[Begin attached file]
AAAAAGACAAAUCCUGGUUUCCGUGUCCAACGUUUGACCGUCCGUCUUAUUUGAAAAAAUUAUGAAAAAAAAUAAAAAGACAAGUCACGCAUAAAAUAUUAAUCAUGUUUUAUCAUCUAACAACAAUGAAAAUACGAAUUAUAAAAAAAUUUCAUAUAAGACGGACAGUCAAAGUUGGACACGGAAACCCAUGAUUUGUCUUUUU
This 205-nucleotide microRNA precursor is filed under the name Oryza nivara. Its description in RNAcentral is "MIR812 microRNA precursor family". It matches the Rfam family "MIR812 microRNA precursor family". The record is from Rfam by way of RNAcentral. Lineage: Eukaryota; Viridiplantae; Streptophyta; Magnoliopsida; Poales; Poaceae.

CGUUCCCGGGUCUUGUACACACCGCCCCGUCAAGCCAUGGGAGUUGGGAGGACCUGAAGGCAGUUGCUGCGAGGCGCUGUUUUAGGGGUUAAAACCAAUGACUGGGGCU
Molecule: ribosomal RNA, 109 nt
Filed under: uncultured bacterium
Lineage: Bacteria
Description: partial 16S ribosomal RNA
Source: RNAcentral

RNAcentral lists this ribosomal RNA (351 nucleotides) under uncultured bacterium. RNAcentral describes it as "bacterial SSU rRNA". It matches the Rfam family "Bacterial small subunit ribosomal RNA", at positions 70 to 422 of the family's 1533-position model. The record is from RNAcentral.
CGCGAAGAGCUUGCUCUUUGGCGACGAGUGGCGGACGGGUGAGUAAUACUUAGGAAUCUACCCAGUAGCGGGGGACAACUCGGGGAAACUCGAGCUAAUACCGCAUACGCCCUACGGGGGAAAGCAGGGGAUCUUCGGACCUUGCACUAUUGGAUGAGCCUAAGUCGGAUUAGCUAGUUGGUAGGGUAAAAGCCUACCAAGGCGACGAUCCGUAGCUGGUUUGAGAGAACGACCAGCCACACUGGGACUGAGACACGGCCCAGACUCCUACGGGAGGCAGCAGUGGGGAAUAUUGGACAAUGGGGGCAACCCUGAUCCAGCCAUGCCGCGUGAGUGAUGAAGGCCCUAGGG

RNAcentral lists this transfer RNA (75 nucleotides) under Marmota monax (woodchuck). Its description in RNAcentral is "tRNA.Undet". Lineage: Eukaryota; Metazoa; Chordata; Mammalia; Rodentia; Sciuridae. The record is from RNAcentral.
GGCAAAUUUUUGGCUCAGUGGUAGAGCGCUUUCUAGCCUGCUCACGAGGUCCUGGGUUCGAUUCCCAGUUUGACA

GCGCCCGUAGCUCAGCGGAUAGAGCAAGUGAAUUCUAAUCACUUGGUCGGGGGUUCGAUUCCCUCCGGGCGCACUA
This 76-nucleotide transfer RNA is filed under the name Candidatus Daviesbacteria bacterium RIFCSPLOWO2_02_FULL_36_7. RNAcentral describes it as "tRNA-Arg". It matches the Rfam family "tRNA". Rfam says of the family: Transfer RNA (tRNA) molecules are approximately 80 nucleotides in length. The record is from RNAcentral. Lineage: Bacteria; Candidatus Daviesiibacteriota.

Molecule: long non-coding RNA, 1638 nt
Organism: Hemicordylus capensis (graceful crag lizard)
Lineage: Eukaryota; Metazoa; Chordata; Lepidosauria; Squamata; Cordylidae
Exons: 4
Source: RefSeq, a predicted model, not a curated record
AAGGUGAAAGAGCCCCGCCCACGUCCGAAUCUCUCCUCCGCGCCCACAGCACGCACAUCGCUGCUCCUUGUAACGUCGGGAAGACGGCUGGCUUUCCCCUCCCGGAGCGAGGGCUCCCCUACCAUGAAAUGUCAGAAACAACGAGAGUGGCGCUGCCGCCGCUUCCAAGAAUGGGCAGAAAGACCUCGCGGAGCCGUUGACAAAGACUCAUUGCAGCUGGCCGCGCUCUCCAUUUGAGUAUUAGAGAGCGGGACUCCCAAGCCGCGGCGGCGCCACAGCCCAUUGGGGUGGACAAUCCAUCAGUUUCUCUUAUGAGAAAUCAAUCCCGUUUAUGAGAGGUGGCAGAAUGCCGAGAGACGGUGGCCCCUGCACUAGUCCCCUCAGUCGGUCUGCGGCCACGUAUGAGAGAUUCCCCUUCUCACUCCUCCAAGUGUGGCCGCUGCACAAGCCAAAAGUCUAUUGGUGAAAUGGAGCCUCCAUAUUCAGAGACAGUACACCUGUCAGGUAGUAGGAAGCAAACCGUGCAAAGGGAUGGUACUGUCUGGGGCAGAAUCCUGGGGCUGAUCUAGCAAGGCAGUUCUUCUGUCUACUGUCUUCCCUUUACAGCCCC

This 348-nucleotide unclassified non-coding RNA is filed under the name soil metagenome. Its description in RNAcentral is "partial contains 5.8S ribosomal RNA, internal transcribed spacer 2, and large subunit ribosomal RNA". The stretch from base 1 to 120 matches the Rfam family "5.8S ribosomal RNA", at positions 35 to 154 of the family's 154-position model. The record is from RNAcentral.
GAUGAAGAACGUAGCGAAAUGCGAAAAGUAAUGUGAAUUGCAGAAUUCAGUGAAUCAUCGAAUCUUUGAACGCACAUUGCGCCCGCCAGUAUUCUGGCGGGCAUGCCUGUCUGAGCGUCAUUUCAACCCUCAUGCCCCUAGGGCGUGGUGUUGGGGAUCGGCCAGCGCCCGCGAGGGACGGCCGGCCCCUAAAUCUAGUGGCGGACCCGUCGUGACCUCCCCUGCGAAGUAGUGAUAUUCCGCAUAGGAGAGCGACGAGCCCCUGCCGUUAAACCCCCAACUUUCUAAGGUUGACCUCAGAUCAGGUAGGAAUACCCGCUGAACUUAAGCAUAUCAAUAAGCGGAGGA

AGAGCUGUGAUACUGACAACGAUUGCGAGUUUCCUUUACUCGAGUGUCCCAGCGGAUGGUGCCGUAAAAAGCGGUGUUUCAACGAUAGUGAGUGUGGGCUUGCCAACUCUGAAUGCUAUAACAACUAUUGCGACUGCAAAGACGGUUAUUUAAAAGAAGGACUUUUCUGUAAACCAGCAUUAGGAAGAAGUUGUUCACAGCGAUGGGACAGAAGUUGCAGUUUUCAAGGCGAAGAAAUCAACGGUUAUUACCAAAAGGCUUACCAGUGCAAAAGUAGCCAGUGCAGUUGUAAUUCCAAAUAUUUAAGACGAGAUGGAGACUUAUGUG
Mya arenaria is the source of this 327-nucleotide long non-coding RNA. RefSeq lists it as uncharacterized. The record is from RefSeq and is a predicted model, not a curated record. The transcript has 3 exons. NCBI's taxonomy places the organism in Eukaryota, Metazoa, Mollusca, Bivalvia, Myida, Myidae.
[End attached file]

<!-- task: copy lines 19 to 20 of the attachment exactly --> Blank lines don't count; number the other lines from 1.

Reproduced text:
Source: RefSeq, a predicted model, not a curated record
AAGGUGAAAGAGCCCCGCCCACGUCCGAAUCUCUCCUCCGCGCCCACAGCACGCACAUCGCUGCUCCUUGUAACGUCGGGAAGACGGCUGGCUUUCCCCUCCCGGAGCGAGGGCUCCCCUACCAUGAAAUGUCAGAAACAACGAGAGUGGCGCUGCCGCCGCUUCCAAGAAUGGGCAGAAAGACCUCGCGGAGCCGUUGACAAAGACUCAUUGCAGCUGGCCGCGCUCUCCAUUUGAGUAUUAGAGAGCGGGACUCCCAAGCCGCGGCGGCGCCACAGCCCAUUGGGGUGGACAAUCCAUCAGUUUCUCUUAUGAGAAAUCAAUCCCGUUUAUGAGAGGUGGCAGAAUGCCGAGAGACGGUGGCCCCUGCACUAGUCCCCUCAGUCGGUCUGCGGCCACGUAUGAGAGAUUCCCCUUCUCACUCCUCCAAGUGUGGCCGCUGCACAAGCCAAAAGUCUAUUGGUGAAAUGGAGCCUCCAUAUUCAGAGACAGUACACCUGUCAGGUAGUAGGAAGCAAACCGUGCAAAGGGAUGGUACUGUCUGGGGCAGAAUCCUGGGGCUGAUCUAGCAAGGCAGUUCUUCUGUCUACUGUCUUCCCUUUACAGCCCC